Signs You May Have An Inferiority Complex

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Most of us struggle with our self-esteem from time to time. However, a constant need to feel superior to others may be hiding deeper feelings of inferiority, which can become an inferiority complex.

The concept of the inferiority complex was first proposed by Austrian medical doctor and psychotherapist Alfred Adler, in his work during the 20th century. He placed emphasis upon feelings of inferiority as an element of individualistic psychology which can hinder personal development.

The APA (American Psychological Association) describes an inferiority complex as: ‘a basic feeling of inadequacy and insecurity, deriving from actual or imagined physical or psychological deficiency.’ Here are a few signs to look out for if you think you may be struggling with an inferiority complex.

Competitiveness and perfectionism.

This one may seem contradictory at first, but an obsessive need for perfection and the drive to be better than others may appear on the surface of an inferiority complex. Oftentimes, the need to be better than those around you is coming from a place of perceived inferiority. You feel less than, so you push to be better than everyone else to prove to yourself that you aren’t. While there’s nothing wrong with having high standards and pushing yourself to be better, extreme perfectionism can become unhealthy if you feel like you aren’t good enough for not meeting unrealistic expectations of yourself.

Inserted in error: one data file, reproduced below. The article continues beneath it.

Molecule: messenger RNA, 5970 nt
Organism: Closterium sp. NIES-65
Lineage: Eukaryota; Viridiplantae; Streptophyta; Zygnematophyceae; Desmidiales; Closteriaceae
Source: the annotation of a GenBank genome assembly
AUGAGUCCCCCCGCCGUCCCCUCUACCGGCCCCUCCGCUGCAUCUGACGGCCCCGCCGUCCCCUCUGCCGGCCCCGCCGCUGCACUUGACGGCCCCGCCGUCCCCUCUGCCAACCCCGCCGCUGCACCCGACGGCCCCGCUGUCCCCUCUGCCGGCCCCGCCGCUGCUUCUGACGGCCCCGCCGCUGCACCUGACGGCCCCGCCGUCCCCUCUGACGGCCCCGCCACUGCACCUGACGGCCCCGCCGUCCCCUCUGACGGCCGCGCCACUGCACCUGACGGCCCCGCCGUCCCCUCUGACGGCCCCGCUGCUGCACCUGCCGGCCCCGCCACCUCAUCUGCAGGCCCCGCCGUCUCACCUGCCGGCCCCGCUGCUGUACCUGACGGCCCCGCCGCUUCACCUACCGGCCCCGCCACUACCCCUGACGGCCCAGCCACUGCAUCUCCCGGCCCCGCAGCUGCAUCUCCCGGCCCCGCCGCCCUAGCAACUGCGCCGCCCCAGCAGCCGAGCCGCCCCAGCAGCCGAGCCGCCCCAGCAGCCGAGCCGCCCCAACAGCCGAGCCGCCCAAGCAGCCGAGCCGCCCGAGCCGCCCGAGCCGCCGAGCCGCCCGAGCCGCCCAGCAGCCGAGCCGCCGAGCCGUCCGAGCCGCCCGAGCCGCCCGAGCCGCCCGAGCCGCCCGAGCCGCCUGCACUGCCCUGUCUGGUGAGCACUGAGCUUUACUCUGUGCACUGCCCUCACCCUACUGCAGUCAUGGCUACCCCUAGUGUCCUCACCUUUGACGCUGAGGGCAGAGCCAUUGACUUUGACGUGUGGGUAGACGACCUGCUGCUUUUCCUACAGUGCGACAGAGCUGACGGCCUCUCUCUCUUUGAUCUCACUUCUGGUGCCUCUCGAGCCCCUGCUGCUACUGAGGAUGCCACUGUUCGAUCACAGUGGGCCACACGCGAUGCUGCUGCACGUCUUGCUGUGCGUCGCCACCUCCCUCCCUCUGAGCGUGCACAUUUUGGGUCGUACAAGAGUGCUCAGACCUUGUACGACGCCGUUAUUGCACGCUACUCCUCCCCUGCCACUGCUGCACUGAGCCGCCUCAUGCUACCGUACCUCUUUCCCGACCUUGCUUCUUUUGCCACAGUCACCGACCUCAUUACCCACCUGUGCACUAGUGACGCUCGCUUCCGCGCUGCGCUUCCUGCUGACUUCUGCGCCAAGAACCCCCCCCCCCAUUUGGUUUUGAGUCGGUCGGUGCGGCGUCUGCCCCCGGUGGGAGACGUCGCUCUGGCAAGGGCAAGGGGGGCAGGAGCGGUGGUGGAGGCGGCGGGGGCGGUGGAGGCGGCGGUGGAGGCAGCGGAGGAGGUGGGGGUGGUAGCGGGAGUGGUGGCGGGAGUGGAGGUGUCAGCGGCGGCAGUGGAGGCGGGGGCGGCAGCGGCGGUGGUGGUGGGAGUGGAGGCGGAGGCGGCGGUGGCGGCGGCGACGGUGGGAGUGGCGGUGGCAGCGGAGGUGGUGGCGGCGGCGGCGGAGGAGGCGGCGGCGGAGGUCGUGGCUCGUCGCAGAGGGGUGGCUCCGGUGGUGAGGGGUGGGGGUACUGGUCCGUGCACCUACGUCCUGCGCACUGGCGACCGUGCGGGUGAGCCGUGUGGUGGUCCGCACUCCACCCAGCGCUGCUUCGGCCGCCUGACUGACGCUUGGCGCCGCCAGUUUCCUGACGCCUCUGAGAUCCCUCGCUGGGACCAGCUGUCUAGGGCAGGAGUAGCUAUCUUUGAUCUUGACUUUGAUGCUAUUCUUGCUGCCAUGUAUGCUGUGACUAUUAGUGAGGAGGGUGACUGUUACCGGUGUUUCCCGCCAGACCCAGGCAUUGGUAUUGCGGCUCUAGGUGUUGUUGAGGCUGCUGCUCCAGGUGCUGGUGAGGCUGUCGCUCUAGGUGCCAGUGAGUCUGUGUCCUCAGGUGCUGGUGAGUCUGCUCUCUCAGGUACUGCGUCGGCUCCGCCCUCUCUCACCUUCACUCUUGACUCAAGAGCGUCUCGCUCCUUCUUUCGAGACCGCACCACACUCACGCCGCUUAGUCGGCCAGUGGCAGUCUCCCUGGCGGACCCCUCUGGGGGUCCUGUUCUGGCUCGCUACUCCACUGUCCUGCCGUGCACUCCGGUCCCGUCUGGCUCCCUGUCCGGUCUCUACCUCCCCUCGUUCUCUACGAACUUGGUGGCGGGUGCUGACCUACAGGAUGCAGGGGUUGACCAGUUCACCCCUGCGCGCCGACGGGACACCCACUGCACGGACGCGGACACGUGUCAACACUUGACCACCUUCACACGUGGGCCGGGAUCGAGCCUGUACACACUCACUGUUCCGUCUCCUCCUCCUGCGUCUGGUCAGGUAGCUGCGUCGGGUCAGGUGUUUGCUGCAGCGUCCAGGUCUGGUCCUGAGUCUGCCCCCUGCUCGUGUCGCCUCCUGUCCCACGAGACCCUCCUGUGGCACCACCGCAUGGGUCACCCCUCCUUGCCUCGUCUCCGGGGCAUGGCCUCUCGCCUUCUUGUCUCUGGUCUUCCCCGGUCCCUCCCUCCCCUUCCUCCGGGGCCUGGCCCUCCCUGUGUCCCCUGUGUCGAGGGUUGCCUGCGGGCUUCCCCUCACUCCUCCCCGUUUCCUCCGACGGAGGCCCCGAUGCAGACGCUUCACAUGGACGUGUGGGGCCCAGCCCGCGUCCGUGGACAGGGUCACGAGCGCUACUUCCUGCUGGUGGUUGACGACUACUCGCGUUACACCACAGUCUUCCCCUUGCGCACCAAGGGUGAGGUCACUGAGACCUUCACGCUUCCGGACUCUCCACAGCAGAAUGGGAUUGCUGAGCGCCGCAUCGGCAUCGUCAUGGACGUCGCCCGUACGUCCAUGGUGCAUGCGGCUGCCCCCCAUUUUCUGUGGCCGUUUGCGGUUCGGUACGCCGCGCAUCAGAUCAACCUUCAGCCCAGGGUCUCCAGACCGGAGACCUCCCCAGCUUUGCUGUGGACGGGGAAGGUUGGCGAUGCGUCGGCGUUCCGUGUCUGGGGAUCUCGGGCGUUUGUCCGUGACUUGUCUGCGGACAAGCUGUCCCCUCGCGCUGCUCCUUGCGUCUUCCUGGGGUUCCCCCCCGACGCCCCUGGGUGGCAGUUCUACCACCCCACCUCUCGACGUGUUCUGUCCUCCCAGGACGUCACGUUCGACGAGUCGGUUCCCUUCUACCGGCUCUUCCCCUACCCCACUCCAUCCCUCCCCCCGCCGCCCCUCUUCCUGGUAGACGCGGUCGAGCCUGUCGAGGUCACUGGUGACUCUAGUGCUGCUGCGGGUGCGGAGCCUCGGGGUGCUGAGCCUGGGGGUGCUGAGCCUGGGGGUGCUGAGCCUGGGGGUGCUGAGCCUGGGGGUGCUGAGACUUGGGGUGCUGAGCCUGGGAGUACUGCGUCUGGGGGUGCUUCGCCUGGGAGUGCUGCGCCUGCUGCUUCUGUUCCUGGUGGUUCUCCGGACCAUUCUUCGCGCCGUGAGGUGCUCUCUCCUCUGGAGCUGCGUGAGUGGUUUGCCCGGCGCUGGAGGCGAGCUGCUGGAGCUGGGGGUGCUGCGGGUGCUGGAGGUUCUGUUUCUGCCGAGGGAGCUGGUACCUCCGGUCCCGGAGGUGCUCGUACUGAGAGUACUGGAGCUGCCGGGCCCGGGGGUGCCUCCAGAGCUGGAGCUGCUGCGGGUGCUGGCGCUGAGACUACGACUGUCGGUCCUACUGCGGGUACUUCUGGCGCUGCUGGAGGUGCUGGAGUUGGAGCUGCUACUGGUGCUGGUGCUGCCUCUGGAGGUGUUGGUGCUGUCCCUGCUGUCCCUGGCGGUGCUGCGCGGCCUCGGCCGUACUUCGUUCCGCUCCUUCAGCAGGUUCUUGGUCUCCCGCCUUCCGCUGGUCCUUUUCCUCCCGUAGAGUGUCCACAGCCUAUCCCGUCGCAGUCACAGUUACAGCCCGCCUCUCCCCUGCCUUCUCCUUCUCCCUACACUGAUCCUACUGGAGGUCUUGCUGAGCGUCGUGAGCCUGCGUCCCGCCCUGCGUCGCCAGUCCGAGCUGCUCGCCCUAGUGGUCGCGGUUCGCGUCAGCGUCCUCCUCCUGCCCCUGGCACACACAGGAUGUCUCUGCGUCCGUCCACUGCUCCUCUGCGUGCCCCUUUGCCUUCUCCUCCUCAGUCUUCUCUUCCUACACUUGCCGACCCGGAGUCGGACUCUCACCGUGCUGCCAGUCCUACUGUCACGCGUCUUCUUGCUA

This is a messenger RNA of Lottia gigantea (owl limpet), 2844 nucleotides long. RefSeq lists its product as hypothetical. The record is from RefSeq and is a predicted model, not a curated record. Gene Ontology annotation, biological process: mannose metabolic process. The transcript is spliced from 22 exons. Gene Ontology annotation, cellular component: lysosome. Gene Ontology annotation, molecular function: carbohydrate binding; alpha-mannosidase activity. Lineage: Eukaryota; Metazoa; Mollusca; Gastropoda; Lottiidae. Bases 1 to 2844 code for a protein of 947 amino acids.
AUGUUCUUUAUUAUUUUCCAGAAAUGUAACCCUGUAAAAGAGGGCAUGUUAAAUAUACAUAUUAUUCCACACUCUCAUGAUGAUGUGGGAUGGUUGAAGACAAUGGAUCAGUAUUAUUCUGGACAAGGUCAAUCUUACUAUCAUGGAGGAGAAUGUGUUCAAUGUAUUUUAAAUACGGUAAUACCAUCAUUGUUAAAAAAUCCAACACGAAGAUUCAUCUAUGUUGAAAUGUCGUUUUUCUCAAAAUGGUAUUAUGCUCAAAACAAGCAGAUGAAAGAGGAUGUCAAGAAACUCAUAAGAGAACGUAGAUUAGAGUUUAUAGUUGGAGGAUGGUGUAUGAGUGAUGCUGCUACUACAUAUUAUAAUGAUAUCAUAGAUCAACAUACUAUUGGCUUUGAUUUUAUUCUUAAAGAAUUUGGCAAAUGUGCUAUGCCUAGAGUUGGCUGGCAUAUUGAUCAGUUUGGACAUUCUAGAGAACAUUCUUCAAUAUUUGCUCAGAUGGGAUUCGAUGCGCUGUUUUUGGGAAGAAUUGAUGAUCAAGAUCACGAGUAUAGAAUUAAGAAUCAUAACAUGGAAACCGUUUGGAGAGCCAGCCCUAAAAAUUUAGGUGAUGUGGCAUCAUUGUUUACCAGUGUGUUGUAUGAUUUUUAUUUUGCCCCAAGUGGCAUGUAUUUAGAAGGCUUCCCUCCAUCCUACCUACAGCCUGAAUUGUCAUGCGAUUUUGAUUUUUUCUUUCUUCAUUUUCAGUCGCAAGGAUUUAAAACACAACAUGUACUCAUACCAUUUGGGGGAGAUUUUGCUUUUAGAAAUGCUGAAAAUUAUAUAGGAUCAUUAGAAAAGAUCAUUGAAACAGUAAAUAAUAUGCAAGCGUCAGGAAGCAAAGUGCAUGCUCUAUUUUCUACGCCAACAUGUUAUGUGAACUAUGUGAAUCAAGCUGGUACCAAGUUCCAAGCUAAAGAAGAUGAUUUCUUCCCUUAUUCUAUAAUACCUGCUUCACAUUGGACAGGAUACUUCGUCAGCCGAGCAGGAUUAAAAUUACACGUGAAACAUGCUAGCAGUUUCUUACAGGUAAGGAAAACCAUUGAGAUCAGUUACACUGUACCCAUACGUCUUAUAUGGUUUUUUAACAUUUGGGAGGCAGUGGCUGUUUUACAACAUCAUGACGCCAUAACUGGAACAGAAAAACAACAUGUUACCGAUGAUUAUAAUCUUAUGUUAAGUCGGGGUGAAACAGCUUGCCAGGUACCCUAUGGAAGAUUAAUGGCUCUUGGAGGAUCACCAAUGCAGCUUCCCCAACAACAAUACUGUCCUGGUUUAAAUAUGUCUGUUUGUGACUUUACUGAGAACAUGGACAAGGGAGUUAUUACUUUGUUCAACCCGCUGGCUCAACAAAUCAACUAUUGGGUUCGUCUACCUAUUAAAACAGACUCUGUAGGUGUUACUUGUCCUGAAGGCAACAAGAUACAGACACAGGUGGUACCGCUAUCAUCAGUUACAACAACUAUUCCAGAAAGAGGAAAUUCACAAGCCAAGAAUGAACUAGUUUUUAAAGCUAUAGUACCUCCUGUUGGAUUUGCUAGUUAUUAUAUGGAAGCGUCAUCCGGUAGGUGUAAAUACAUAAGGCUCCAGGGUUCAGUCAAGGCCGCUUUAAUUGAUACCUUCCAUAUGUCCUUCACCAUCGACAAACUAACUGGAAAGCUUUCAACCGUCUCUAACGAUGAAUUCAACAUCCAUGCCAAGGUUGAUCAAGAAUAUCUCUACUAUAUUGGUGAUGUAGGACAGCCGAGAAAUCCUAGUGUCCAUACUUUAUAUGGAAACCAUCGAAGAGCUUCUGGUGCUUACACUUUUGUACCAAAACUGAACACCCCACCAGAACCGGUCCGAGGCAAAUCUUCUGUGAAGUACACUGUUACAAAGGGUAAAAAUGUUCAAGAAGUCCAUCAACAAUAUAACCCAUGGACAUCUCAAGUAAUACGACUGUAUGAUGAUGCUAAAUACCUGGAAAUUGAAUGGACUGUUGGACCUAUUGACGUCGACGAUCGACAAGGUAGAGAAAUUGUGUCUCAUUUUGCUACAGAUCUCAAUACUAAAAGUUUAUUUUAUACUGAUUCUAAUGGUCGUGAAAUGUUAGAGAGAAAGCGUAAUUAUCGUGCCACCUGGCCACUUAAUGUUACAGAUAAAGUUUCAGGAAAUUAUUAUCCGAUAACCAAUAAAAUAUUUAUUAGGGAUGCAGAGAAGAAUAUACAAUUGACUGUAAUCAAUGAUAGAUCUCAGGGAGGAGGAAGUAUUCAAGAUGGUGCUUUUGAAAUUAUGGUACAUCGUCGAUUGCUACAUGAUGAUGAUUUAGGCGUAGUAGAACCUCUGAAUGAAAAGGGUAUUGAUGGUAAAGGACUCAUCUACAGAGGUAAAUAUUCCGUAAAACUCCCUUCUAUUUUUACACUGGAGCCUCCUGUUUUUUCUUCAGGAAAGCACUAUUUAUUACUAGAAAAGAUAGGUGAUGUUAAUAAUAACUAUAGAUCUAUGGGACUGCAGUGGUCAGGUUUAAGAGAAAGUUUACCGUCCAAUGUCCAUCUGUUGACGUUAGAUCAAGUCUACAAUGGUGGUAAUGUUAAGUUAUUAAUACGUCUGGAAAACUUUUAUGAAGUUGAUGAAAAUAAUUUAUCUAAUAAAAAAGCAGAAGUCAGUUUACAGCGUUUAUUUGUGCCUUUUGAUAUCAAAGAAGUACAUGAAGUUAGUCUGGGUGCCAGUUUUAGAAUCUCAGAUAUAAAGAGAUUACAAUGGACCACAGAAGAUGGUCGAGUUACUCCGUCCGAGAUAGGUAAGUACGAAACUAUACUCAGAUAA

Constantly comparing yourself to others, leading to low self-esteem.

Humans are social creatures, and drawing some comparisons of ourselves to friends and family is normal. However, the kinds of thoughts these comparisons generate can be the key to defining an inferiority complex. If, instead of motivating you, the comparisons cause you to mentally shut down and feel like you aren’t doing enough, they can snowball into a pattern of negative thinking. 

A dislike of criticism and heightened sensitivity. 

If you already are struggling with feelings of inferiority, what is intended as helpful criticism may come across to you as a personal attack. Sensitivity to the words and opinions of others is a common result of an inferiority complex, meaning even well-meaning comments may make you feel less than. This can also express itself in jumping to negative conclusions; an offhand comment by a friend or family member could have you assume they are angry at you, even though it might not be the case.

One way of combating an inferiority complex is to work out where it comes from. Adler claimed that there are two types of inferiority complexes – primary inferiority, and secondary inferiority.

Primary inferiority is thought to stem from childhood, originating in feelings of helplessness or from constantly being compared to others. These feelings can carry on into adulthood if left unaddressed.

Secondary inferiority, however, starts in adulthood. It can result when people begin to feel inferior because of not meeting personal goals, whether these are based in life security, success, or your career. This kind of feeling of inferiority can build over time, or can be onset by the occurrence of something such as an unexpected job loss.

No matter the cause, if you think you could have an inferiority complex, there are ways to move past it. Safe Place Therapy can provide you with a non-judgemental space to voice your concerns and work towards a better future. If you have any questions about how we can help, send us a message through Facebook here.

Alternatively, if you’re ready to book an appointment, our list of services can be found here; Sessions are currently bulk-billed and held via Skype or Zoom, due to current COVID-19 restrictions.

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